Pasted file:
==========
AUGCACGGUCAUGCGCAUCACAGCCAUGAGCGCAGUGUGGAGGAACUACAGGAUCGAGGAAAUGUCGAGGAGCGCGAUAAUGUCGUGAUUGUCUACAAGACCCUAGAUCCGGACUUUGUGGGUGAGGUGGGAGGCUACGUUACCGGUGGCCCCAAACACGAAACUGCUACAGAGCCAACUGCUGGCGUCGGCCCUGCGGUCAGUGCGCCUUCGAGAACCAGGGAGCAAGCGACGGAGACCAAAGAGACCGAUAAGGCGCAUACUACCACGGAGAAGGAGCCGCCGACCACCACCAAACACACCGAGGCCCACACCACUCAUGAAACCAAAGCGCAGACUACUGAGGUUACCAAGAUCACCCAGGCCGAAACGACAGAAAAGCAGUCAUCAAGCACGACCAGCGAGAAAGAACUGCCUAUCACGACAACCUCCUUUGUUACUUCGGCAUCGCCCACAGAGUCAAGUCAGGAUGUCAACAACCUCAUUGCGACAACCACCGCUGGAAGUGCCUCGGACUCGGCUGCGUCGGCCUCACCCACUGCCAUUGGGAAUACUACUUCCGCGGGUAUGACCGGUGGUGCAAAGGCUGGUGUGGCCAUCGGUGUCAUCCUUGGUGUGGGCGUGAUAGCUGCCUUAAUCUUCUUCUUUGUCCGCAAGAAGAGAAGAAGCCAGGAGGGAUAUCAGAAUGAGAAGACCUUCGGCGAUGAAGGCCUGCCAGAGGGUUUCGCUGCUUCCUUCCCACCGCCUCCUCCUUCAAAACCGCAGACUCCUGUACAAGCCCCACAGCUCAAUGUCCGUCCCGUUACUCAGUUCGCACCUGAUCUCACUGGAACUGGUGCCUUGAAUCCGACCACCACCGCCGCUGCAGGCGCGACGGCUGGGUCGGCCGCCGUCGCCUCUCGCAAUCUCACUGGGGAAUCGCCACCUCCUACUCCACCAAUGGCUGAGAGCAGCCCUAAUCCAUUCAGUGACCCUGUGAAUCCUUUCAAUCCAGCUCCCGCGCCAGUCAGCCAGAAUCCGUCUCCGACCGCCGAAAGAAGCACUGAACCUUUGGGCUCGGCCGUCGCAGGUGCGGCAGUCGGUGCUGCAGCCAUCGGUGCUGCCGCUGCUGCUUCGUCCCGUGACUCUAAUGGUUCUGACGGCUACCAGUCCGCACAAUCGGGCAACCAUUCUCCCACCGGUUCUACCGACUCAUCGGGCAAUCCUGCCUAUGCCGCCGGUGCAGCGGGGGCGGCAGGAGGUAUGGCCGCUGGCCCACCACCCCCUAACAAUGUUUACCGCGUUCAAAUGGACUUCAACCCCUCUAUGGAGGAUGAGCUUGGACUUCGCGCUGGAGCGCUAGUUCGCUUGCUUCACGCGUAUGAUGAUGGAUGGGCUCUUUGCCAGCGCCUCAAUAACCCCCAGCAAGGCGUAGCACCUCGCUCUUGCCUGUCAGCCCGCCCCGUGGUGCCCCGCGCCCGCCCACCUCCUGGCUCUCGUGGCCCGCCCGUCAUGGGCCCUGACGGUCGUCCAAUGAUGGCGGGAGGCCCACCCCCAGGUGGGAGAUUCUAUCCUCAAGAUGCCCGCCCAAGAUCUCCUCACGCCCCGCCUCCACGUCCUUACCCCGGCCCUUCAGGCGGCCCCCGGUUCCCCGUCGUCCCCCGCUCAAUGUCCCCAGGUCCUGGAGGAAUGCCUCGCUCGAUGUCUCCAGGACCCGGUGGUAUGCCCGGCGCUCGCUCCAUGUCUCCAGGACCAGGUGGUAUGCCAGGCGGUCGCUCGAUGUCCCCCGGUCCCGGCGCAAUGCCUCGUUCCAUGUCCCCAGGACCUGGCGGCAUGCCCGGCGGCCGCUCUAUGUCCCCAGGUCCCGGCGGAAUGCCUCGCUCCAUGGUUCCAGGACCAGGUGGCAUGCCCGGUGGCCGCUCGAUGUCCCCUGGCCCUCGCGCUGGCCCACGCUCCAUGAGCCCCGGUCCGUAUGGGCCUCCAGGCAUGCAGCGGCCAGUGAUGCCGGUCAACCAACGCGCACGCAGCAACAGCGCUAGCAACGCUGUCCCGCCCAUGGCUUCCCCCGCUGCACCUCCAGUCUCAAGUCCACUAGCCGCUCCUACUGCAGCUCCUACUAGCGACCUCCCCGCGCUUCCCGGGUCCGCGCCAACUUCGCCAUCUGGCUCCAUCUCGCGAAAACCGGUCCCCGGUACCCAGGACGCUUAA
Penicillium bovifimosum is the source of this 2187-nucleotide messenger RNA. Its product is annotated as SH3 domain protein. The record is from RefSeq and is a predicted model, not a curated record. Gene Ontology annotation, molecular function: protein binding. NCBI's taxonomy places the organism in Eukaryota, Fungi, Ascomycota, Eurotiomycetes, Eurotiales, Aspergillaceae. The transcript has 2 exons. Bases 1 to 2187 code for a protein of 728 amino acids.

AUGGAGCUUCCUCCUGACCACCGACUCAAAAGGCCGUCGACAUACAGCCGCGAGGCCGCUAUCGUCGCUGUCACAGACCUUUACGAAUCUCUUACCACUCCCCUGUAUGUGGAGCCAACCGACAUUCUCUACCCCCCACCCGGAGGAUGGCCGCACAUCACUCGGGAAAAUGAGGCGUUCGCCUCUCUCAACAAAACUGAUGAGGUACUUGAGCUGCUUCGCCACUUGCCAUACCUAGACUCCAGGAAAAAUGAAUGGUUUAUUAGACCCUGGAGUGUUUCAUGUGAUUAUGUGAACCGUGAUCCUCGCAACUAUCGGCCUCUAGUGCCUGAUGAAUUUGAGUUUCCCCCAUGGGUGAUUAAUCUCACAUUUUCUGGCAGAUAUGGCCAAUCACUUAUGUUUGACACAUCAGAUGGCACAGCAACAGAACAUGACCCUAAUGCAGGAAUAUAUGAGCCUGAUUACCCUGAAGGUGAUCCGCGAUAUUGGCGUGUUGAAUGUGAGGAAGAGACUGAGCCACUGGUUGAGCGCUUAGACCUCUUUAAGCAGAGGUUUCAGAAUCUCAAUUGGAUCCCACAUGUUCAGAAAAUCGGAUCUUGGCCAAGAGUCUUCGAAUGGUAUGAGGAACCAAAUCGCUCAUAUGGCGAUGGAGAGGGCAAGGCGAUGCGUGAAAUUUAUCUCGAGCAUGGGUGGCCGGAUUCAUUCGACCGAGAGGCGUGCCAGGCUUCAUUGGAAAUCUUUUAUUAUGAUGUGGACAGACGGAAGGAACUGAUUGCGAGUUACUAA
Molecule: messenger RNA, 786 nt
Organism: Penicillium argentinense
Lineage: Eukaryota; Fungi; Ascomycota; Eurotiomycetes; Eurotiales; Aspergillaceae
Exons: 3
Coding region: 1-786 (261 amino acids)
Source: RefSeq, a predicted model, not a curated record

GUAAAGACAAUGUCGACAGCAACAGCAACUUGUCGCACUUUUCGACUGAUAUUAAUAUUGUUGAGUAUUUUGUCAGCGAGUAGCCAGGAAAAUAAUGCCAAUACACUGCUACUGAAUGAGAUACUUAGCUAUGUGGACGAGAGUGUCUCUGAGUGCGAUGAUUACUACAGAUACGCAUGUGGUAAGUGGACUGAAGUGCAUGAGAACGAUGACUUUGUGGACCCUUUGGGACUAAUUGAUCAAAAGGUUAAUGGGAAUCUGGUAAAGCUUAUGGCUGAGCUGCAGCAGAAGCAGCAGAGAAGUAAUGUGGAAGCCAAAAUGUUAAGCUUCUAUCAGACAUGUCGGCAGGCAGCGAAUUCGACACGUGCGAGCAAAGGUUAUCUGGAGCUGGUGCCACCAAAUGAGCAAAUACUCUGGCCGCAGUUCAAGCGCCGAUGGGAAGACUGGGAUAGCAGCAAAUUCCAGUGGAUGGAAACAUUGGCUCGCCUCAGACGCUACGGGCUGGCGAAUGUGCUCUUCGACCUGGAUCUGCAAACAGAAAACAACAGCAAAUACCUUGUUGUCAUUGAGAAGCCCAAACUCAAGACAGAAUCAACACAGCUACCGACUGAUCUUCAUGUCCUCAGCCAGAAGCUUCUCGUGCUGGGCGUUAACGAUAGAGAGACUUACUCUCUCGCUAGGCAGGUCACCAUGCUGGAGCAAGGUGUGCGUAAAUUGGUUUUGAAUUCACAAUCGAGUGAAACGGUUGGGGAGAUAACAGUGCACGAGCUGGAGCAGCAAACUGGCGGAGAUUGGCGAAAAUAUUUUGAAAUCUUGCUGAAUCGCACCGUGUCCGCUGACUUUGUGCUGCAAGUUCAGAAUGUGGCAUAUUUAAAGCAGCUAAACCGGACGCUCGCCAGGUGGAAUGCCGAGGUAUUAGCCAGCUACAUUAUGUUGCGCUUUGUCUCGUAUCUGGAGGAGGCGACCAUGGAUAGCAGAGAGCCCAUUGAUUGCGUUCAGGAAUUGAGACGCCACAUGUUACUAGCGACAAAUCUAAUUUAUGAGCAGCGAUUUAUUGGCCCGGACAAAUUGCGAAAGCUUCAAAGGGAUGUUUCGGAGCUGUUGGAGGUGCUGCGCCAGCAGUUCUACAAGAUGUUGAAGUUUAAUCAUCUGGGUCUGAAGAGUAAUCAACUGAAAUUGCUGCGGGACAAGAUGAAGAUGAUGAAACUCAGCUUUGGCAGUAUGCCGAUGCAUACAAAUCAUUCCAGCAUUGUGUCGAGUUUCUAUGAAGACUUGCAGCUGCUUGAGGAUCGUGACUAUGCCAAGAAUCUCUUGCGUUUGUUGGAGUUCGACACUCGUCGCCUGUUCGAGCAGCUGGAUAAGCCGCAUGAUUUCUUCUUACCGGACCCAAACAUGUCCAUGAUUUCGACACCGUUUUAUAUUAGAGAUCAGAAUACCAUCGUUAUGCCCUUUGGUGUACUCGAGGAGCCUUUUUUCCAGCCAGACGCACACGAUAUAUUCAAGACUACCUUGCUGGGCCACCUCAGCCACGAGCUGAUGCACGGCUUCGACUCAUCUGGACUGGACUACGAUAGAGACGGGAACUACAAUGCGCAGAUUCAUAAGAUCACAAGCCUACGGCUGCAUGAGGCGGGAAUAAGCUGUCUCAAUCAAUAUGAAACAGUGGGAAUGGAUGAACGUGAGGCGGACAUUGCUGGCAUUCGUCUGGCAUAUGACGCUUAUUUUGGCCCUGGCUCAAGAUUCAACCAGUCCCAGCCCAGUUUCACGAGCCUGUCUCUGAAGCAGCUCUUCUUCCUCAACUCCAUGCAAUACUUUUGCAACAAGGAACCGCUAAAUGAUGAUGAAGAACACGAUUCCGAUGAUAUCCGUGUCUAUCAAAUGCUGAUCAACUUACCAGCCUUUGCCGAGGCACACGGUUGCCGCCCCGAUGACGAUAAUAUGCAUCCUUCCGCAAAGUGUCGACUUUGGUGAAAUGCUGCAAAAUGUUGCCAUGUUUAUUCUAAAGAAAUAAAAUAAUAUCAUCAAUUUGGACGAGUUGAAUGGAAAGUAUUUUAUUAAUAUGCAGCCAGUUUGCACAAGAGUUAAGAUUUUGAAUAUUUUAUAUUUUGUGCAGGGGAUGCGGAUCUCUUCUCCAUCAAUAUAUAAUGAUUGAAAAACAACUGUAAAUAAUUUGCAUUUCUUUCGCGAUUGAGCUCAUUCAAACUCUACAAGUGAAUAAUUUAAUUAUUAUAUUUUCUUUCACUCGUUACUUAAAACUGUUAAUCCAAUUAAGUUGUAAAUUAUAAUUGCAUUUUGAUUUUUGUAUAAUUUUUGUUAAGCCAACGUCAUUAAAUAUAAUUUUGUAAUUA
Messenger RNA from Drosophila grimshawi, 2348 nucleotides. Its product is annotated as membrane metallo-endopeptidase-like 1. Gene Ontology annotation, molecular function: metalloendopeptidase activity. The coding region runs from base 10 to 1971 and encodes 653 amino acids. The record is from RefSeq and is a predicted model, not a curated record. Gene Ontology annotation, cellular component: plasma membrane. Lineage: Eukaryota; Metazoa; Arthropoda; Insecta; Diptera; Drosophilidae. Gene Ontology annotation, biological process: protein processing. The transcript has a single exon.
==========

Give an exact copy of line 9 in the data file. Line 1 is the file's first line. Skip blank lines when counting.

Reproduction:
Source: RefSeq, a predicted model, not a curated record